Memorial Day Facts
Each year on the final Monday in May the United States celebrates the federal holiday Memorial Day.
Originally Memorial Day was known as Decoration Day, meant to honor the Union and the Confederate soldiers who died during the American Civil War. By the 1900s it had become a day to celebrate all American soldiers who died while serving in the military. It wasn't until 1967 that it was legally named Memorial Day. It became a federal holiday in 1971.
Interesting Memorial Day Facts:
The true origins of who held the first Memorial Day celebration is a debated subject.
Approximately 620,000 soldiers on both sides died during the Civil War.
The Grand Army of the Republic was created by the Union Army to honor their dead. After World War I the American Legion took over their duties.
Congress passed a law in 2000 that requires all Americans to stop what they are doing at 3pm on Memorial Day to remember and to honor those who have died serving the United States. President Clinton signed this action.
The flag is supposed to be flown at half-mast until noon, and then raised to full mast until sunset on Memorial Day.
The tradition of wearing red poppies on Memorial Day originated from John McCrae's 1915 poem In Flanders Fields. In Canada they wear red poppies to honor their soldiers on Remembrance Day in November each year.
Although not as popular today, one tradition was to eat a picnic meal while sitting on the ground of a cemetery. There are still some people in the rural areas of the South that continue to practice this tradition.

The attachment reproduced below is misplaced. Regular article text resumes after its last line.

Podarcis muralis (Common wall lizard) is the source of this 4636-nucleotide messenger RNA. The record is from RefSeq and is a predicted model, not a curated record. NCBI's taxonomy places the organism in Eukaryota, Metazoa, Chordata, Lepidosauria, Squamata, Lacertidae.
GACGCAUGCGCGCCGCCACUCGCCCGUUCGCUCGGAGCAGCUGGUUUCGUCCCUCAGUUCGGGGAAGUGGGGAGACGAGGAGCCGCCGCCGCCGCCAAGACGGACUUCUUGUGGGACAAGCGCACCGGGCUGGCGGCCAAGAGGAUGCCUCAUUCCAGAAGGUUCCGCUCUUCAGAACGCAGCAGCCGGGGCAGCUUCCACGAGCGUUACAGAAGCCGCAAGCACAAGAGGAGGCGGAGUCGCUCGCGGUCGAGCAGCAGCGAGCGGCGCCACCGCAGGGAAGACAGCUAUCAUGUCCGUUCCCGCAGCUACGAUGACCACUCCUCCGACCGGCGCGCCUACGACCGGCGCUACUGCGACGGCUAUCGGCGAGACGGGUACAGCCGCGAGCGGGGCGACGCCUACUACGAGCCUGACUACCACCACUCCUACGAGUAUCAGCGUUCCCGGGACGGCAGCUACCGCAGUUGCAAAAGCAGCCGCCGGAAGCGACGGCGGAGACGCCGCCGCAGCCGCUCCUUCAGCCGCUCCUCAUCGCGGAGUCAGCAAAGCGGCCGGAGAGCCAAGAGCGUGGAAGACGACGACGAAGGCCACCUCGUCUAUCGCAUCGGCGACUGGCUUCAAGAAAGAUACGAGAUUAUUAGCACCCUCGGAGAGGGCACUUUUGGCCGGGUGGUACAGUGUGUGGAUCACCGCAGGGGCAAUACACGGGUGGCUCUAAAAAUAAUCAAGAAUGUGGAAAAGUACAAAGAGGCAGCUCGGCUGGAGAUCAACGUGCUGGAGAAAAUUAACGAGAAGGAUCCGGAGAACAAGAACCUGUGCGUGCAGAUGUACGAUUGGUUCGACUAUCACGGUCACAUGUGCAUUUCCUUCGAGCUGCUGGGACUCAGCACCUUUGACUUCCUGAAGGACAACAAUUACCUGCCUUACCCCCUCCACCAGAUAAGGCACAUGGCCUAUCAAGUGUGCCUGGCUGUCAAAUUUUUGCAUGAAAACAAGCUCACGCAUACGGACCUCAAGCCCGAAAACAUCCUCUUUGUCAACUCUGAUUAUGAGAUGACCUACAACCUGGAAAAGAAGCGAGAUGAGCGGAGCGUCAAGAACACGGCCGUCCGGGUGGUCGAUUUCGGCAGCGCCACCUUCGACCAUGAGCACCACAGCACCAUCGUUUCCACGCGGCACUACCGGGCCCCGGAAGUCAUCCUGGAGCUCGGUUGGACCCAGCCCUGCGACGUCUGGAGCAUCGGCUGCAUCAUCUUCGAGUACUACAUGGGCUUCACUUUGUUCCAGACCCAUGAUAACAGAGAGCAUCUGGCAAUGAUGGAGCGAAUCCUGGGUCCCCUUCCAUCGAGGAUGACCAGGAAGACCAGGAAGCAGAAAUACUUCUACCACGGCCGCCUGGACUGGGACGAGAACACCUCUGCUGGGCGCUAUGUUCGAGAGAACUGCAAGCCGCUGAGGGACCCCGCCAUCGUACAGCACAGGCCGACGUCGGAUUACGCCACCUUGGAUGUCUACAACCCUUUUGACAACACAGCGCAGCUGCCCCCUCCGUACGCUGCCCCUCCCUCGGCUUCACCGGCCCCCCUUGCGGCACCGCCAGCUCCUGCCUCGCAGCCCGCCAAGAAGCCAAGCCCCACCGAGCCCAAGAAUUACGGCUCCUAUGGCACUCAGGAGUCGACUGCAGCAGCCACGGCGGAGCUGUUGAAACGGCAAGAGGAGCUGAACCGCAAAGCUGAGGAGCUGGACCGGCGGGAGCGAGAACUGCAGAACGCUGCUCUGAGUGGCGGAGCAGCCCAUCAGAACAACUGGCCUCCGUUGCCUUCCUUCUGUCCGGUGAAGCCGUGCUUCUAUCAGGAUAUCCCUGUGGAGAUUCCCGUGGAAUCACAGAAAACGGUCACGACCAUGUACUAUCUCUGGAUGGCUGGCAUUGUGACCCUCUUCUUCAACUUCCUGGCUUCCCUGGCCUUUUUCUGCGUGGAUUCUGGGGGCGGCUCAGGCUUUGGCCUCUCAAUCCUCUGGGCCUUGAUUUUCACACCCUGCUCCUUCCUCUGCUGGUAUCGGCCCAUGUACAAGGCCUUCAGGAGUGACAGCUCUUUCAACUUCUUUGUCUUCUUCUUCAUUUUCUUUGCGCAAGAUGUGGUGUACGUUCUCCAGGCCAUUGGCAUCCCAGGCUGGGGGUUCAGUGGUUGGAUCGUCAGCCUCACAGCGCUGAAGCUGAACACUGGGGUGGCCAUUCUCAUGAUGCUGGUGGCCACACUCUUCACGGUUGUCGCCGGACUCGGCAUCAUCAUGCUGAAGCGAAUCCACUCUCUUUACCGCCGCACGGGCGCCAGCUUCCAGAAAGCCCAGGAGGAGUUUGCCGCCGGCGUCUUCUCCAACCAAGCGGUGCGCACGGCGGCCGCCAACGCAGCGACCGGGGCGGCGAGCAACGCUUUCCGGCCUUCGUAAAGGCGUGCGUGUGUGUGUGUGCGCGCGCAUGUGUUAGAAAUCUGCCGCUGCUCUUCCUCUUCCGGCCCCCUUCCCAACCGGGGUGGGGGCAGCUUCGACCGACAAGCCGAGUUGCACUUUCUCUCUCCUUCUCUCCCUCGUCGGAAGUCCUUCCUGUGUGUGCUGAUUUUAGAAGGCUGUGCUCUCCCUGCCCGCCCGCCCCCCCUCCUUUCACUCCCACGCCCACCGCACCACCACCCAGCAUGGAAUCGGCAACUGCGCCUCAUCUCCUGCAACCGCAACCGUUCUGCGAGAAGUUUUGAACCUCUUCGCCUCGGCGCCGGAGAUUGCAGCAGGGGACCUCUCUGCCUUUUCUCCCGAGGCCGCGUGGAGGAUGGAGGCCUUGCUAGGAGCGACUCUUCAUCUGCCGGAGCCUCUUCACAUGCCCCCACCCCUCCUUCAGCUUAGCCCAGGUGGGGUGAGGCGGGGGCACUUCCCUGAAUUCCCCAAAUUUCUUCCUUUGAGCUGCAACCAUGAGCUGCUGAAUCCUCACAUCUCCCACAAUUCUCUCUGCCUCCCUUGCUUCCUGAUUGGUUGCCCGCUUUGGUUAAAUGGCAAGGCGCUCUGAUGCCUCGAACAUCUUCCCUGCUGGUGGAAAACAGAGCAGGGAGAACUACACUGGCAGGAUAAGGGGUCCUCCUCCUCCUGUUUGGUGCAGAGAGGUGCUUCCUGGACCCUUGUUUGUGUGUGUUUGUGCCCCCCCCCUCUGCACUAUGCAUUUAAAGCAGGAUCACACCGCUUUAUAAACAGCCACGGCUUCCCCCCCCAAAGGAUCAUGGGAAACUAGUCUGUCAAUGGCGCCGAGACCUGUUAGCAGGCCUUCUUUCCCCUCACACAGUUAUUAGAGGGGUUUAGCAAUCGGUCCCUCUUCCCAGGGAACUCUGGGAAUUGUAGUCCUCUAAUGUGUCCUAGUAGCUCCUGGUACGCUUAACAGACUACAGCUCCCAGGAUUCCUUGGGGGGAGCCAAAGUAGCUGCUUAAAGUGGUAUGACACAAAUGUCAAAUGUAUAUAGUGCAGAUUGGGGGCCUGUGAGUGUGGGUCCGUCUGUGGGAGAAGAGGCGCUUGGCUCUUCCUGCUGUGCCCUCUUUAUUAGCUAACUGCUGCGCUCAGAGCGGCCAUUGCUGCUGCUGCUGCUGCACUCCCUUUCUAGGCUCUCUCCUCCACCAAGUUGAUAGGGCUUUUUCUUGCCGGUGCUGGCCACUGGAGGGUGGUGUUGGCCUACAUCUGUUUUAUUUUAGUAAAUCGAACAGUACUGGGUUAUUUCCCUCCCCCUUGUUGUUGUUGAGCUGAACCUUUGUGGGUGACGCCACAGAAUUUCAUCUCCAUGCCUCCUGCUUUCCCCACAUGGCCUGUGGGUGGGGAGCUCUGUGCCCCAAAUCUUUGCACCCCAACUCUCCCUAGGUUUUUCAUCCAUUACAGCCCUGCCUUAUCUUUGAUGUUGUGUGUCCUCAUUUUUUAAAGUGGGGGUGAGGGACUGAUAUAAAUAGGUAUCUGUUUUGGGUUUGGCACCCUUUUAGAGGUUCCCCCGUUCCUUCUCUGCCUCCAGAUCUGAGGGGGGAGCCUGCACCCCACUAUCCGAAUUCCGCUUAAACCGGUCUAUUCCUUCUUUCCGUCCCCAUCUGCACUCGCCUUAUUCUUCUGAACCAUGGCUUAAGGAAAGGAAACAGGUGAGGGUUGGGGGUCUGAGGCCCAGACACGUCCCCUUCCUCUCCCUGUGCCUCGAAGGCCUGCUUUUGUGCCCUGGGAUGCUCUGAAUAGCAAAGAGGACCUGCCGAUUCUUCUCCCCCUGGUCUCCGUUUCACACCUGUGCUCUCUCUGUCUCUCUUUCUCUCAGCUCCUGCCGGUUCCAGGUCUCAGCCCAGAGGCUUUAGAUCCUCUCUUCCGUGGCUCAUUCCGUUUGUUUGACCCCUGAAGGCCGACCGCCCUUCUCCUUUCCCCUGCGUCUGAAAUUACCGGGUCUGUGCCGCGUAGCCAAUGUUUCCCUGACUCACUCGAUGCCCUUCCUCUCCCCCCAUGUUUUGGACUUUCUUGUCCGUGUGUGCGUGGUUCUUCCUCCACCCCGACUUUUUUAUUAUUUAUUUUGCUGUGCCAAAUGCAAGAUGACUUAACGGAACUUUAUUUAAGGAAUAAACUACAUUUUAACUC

It's common for volunteers to place the American flag on graves in the national cemeteries. Memorial Day is also a popular day for people to visit cemeteries and honor those who have died while serving in the military.
It's estimated that approximately 32 million people travel by car over Memorial Day weekend.
Memorial Day also marks the beginning of the summer vacation season while Labor Day marks the end.
In some areas of the rural South, they hold annual Decoration Days around this time for certain cemeteries, often in the mountains.
Memorial Day is sometimes confused with Veterans Day. However, Veterans Day honors all United States military veterans, while Memorial Day honors the soldiers who died while serving.
In 1966, President Johnson named Waterloo, New York as the original place of Memorial Day.
There were more American lives lost during the Civil War then the two World Wars combined. Approximately 620,000 died during the Civil War while approximately 116,516 died in World War I and approximately 405,399 died in World War II.
There are more than 300,000 fallen soldiers buried at Arlington Cemetery. On average, there are 28 burials there each day.